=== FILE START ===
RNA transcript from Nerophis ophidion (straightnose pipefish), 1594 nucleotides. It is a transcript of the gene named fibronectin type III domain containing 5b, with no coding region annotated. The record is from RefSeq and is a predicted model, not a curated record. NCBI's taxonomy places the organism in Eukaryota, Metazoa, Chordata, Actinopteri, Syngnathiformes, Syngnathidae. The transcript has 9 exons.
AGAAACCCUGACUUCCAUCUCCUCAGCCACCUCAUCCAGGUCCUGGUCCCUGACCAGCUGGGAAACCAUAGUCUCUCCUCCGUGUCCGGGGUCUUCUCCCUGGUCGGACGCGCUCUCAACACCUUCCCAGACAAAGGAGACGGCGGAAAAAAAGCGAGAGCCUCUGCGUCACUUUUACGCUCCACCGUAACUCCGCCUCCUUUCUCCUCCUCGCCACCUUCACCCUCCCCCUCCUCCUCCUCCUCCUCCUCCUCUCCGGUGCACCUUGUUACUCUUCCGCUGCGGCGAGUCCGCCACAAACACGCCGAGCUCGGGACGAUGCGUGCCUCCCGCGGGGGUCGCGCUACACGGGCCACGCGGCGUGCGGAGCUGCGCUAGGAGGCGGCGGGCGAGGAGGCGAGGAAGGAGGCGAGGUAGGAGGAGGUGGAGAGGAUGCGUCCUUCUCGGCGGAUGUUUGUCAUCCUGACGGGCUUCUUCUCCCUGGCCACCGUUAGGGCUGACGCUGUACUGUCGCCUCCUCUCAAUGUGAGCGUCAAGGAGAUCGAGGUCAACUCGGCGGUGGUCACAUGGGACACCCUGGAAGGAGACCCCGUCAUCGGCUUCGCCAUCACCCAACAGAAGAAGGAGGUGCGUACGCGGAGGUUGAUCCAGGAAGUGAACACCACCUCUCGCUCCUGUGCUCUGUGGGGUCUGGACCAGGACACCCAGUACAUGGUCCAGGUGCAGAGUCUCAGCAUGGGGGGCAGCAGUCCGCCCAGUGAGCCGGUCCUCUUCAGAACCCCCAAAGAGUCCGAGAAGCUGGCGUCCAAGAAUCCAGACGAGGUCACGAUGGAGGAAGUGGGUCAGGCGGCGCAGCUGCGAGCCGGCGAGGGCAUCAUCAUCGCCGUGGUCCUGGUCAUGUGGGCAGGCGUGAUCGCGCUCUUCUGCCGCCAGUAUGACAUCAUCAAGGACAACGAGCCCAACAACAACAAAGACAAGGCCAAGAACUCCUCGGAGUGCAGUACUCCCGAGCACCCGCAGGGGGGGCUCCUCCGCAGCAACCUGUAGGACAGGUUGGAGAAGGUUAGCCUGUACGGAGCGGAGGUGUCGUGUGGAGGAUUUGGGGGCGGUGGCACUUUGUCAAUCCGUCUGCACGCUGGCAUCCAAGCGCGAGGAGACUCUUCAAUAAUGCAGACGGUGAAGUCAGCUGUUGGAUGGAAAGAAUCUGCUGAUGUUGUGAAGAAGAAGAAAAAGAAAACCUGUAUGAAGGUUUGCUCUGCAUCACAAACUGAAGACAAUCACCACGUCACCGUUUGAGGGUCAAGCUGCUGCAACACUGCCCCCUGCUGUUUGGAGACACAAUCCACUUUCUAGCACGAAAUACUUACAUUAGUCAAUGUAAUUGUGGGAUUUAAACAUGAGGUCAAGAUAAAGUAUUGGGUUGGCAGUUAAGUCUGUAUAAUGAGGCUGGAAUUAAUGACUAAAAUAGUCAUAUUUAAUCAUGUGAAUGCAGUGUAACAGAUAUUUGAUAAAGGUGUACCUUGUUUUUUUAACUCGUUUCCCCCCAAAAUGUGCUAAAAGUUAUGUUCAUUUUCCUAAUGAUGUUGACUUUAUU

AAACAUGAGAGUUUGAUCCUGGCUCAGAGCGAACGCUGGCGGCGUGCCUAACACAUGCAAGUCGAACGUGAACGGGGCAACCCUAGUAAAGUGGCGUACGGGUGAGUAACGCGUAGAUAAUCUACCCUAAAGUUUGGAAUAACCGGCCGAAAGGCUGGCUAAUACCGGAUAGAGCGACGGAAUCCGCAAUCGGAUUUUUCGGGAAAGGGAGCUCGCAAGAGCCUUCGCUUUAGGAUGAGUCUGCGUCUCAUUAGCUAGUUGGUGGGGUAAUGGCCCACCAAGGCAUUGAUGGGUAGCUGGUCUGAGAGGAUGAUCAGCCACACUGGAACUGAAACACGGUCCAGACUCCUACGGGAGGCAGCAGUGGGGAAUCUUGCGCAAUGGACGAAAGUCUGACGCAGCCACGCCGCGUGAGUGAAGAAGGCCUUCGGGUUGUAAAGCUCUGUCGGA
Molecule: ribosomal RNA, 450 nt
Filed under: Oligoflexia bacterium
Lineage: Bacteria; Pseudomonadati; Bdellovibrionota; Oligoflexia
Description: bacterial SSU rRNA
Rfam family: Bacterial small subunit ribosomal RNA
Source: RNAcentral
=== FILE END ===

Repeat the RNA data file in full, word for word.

RNA transcript from Nerophis ophidion (straightnose pipefish), 1594 nucleotides. It is a transcript of the gene named fibronectin type III domain containing 5b, with no coding region annotated. The record is from RefSeq and is a predicted model, not a curated record. NCBI's taxonomy places the organism in Eukaryota, Metazoa, Chordata, Actinopteri, Syngnathiformes, Syngnathidae. The transcript has 9 exons.
AGAAACCCUGACUUCCAUCUCCUCAGCCACCUCAUCCAGGUCCUGGUCCCUGACCAGCUGGGAAACCAUAGUCUCUCCUCCGUGUCCGGGGUCUUCUCCCUGGUCGGACGCGCUCUCAACACCUUCCCAGACAAAGGAGACGGCGGAAAAAAAGCGAGAGCCUCUGCGUCACUUUUACGCUCCACCGUAACUCCGCCUCCUUUCUCCUCCUCGCCACCUUCACCCUCCCCCUCCUCCUCCUCCUCCUCCUCCUCUCCGGUGCACCUUGUUACUCUUCCGCUGCGGCGAGUCCGCCACAAACACGCCGAGCUCGGGACGAUGCGUGCCUCCCGCGGGGGUCGCGCUACACGGGCCACGCGGCGUGCGGAGCUGCGCUAGGAGGCGGCGGGCGAGGAGGCGAGGAAGGAGGCGAGGUAGGAGGAGGUGGAGAGGAUGCGUCCUUCUCGGCGGAUGUUUGUCAUCCUGACGGGCUUCUUCUCCCUGGCCACCGUUAGGGCUGACGCUGUACUGUCGCCUCCUCUCAAUGUGAGCGUCAAGGAGAUCGAGGUCAACUCGGCGGUGGUCACAUGGGACACCCUGGAAGGAGACCCCGUCAUCGGCUUCGCCAUCACCCAACAGAAGAAGGAGGUGCGUACGCGGAGGUUGAUCCAGGAAGUGAACACCACCUCUCGCUCCUGUGCUCUGUGGGGUCUGGACCAGGACACCCAGUACAUGGUCCAGGUGCAGAGUCUCAGCAUGGGGGGCAGCAGUCCGCCCAGUGAGCCGGUCCUCUUCAGAACCCCCAAAGAGUCCGAGAAGCUGGCGUCCAAGAAUCCAGACGAGGUCACGAUGGAGGAAGUGGGUCAGGCGGCGCAGCUGCGAGCCGGCGAGGGCAUCAUCAUCGCCGUGGUCCUGGUCAUGUGGGCAGGCGUGAUCGCGCUCUUCUGCCGCCAGUAUGACAUCAUCAAGGACAACGAGCCCAACAACAACAAAGACAAGGCCAAGAACUCCUCGGAGUGCAGUACUCCCGAGCACCCGCAGGGGGGGCUCCUCCGCAGCAACCUGUAGGACAGGUUGGAGAAGGUUAGCCUGUACGGAGCGGAGGUGUCGUGUGGAGGAUUUGGGGGCGGUGGCACUUUGUCAAUCCGUCUGCACGCUGGCAUCCAAGCGCGAGGAGACUCUUCAAUAAUGCAGACGGUGAAGUCAGCUGUUGGAUGGAAAGAAUCUGCUGAUGUUGUGAAGAAGAAGAAAAAGAAAACCUGUAUGAAGGUUUGCUCUGCAUCACAAACUGAAGACAAUCACCACGUCACCGUUUGAGGGUCAAGCUGCUGCAACACUGCCCCCUGCUGUUUGGAGACACAAUCCACUUUCUAGCACGAAAUACUUACAUUAGUCAAUGUAAUUGUGGGAUUUAAACAUGAGGUCAAGAUAAAGUAUUGGGUUGGCAGUUAAGUCUGUAUAAUGAGGCUGGAAUUAAUGACUAAAAUAGUCAUAUUUAAUCAUGUGAAUGCAGUGUAACAGAUAUUUGAUAAAGGUGUACCUUGUUUUUUUAACUCGUUUCCCCCCAAAAUGUGCUAAAAGUUAUGUUCAUUUUCCUAAUGAUGUUGACUUUAUU

AAACAUGAGAGUUUGAUCCUGGCUCAGAGCGAACGCUGGCGGCGUGCCUAACACAUGCAAGUCGAACGUGAACGGGGCAACCCUAGUAAAGUGGCGUACGGGUGAGUAACGCGUAGAUAAUCUACCCUAAAGUUUGGAAUAACCGGCCGAAAGGCUGGCUAAUACCGGAUAGAGCGACGGAAUCCGCAAUCGGAUUUUUCGGGAAAGGGAGCUCGCAAGAGCCUUCGCUUUAGGAUGAGUCUGCGUCUCAUUAGCUAGUUGGUGGGGUAAUGGCCCACCAAGGCAUUGAUGGGUAGCUGGUCUGAGAGGAUGAUCAGCCACACUGGAACUGAAACACGGUCCAGACUCCUACGGGAGGCAGCAGUGGGGAAUCUUGCGCAAUGGACGAAAGUCUGACGCAGCCACGCCGCGUGAGUGAAGAAGGCCUUCGGGUUGUAAAGCUCUGUCGGA
Molecule: ribosomal RNA, 450 nt
Filed under: Oligoflexia bacterium
Lineage: Bacteria; Pseudomonadati; Bdellovibrionota; Oligoflexia
Description: bacterial SSU rRNA
Rfam family: Bacterial small subunit ribosomal RNA
Source: RNAcentral